Monday, February 14, 2011

Where Were They?

My fellow bloggers and I have been going at the idea that "only social conservatives can be fiscal conservatives" at Classical Values rather hot and heavy. You can read about it here: Only Social Conservatives and here: Did the homos crash the economy?

So let me ask my Social Conservative friends why a Republican Congress spent part of 2005 dealing with Terri Schiavo instead of (in addition to) getting and keeping our fiscal house in order? The fiscal disorder was part of what led to a Democrat takeover of Congress in 2006 and the Presidency in 2008.

The Schiavo case proved there were a LOT of social conservatives in Congress and that they had the upper hand when setting the agenda. So if only social conservatives can be fiscal conservatives wha hoppened? Is it as Cynthia Yockey says:

Fiscal conservative, social conservative (when OUT of power, fiscal promises dominate; when IN power, social vendettas dominate and the majority of fiscal promises are scheduled for the indefinite future, aka, in your dreams)
You know what I think happened? The social conservatives were/are lying. Or maybe to use a kinder gentler term: they are terribly mistaken about the connection between social conservatives in government and a fiscally conservative government.

Of course the Democrats are worse. But that is not the point. Or maybe it is: social conservatism is just (or can justify) socialism lite. Because they really are not at heart fiscally conservative when it comes to their pet projects. Which is to say that despite all their discipline when it comes to social matters such discipline does not translate into conservatism in government economic matters.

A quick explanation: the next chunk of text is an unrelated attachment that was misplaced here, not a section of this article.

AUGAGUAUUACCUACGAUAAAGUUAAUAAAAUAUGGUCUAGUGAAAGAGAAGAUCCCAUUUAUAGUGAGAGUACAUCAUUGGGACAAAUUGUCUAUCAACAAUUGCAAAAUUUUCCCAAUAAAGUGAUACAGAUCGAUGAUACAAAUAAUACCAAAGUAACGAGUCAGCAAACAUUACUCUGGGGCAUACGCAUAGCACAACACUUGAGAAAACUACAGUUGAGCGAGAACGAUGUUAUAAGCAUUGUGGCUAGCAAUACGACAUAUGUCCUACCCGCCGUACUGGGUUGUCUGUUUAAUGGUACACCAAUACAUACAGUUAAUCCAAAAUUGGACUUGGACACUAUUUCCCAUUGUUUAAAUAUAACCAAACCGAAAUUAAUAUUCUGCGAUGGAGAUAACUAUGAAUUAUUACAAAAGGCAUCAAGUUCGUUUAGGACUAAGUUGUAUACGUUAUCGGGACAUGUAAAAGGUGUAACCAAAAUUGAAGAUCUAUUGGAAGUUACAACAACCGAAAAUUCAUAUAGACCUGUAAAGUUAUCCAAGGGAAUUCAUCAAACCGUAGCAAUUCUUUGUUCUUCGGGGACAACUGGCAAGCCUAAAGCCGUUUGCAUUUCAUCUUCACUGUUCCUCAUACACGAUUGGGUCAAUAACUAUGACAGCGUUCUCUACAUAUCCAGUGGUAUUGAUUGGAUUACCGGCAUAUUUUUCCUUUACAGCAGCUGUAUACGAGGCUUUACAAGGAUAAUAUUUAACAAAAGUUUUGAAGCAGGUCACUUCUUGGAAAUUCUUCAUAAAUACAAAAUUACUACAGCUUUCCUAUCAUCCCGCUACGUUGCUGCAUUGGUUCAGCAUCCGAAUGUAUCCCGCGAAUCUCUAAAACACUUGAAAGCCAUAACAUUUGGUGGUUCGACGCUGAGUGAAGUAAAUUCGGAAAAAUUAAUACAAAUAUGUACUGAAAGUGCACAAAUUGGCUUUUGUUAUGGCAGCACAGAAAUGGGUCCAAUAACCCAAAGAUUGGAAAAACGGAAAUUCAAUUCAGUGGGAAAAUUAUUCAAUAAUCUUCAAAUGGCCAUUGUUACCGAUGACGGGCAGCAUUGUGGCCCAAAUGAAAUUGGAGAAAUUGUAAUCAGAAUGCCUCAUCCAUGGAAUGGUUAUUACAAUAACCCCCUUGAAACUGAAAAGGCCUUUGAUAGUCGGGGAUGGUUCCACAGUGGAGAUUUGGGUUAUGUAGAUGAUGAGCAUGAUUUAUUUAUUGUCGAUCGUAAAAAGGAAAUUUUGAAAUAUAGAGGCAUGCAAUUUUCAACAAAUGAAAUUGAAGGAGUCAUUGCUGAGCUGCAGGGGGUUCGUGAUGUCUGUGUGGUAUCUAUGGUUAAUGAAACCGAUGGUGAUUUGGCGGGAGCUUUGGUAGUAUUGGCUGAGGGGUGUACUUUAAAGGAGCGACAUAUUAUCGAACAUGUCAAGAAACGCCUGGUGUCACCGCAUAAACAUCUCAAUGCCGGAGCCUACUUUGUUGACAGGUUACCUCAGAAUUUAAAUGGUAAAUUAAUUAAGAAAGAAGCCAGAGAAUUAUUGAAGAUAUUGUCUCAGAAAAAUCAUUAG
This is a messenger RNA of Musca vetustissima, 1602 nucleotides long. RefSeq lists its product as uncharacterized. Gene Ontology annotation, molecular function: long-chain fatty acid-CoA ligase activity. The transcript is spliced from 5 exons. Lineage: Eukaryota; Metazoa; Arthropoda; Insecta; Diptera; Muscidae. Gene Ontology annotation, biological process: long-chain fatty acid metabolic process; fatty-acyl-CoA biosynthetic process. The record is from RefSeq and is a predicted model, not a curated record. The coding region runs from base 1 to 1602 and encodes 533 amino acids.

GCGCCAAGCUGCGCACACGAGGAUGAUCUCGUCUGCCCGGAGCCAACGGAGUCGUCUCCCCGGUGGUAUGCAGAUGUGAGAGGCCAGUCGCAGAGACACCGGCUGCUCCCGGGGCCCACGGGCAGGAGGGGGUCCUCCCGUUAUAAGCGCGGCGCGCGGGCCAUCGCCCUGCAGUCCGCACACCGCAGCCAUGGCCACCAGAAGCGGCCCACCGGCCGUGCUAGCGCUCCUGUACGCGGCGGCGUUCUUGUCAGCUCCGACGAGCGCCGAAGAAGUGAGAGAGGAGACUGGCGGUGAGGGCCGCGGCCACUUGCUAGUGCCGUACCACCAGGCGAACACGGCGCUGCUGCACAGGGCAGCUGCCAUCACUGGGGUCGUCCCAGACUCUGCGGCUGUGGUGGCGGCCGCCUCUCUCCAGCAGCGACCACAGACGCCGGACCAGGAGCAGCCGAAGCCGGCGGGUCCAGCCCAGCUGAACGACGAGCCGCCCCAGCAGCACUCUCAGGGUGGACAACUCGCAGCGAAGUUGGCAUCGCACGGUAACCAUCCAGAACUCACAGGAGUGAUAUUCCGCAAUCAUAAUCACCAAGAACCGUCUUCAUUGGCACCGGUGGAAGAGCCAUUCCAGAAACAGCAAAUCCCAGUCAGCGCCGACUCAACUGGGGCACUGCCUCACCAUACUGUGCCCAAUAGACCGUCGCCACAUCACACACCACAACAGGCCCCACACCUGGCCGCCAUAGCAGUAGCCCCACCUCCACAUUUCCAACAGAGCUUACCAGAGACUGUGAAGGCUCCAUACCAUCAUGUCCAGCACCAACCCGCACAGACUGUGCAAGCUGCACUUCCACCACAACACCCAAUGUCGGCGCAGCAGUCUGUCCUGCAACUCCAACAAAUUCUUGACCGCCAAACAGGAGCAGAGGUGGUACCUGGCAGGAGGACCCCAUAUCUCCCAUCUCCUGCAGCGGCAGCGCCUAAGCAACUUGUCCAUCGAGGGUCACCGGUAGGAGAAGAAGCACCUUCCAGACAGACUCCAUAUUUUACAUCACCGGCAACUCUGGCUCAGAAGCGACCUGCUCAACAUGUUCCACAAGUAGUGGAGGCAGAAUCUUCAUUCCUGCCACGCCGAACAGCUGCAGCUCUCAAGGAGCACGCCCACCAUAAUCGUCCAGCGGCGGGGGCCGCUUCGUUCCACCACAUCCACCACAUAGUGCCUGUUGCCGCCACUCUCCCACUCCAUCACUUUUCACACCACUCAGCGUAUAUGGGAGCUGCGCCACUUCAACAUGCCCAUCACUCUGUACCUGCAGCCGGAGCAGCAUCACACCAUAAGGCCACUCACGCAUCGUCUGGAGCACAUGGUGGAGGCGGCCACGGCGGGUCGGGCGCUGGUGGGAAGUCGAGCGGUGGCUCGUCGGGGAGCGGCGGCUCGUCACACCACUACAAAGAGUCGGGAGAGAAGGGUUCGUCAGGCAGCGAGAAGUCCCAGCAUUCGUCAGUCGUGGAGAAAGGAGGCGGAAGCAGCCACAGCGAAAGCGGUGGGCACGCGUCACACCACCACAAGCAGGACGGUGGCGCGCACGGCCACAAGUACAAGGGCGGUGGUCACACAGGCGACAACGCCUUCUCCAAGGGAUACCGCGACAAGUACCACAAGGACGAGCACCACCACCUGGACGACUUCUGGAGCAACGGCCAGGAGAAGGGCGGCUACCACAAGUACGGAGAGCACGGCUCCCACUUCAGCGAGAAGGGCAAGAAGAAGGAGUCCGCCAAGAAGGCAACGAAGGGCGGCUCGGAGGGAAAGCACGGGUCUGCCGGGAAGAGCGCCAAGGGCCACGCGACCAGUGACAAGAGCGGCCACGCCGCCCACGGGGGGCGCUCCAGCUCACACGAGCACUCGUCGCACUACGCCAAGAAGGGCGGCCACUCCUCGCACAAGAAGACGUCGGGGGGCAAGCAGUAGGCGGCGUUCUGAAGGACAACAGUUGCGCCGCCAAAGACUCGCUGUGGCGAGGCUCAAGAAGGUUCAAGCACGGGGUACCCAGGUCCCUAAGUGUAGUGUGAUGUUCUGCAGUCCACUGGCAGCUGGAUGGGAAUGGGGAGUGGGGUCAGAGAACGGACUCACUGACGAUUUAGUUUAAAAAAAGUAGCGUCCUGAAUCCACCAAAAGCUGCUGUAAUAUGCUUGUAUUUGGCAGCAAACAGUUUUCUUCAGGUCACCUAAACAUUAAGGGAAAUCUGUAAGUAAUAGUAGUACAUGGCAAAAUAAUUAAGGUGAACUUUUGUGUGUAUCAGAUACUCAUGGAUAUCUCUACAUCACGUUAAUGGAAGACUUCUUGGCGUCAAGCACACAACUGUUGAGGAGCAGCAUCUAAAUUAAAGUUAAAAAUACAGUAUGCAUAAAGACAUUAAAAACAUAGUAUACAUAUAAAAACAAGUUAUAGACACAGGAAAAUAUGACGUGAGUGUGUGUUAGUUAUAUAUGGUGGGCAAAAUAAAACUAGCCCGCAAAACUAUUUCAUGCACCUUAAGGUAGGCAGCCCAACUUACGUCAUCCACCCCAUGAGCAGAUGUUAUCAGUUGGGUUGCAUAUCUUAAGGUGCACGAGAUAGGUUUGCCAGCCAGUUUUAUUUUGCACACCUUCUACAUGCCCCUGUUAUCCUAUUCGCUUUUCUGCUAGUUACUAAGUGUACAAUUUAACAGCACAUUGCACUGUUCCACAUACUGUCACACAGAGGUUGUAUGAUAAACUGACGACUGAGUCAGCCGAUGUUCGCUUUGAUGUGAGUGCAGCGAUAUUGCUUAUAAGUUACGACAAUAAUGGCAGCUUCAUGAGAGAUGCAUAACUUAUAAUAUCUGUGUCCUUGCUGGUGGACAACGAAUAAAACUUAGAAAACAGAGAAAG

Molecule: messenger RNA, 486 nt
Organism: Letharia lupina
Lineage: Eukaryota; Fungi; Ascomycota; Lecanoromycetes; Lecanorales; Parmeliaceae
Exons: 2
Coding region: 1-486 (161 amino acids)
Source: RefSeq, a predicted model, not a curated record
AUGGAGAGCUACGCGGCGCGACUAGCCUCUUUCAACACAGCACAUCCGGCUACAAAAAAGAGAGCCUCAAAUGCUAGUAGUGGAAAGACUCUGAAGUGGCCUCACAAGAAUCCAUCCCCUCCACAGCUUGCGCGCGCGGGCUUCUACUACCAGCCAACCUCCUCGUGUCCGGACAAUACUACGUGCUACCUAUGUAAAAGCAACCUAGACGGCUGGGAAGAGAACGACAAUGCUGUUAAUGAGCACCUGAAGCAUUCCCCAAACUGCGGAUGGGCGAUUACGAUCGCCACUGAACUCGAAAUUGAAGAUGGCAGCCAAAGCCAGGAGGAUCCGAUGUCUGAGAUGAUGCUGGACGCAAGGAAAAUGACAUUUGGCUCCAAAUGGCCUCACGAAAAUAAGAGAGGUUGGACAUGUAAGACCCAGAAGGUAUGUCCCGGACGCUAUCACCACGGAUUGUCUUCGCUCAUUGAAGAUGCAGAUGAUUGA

Cross Posted at Classical Values

1 comment:

Allison R Fenech said...

Okay...I haven't been following this closely (and don't have time to read it all), but I'm going to take a stab at this with a theory (and as much logic as possible)...

The statement only social conservatives can be fiscal conservatives does not necessarily mean that all social conservatives are fiscal conservatives.

So what it boils down to is how you define "social conservative." Personally, I think of gay rights as being at the forefront of social issues. However, someone else might think about the environment. Right off the bat, you can see how these two issues might have dramatically diverse impacts fiscally.

It's not that I don't think the environment is a social issue...I do. But I believe the governments role in this issues, socially, is to allow people the freedom to take necessary actions to "save the planet." Fiscally, however, the government plays no role in financing this social movement.

In essence, some people can only see things in black and white, so they label certain issues as either social or fiscal, when, in reality, they contain components of each. On these issues, I would take a conservative stance towards the fiscal aspects and a liberal stance toward the social aspects. These types of disagreements generally originate from how the terms are defined.

I'm completely guessing here at what others might be thinking. So, I could be wrong, but that's the best I've got.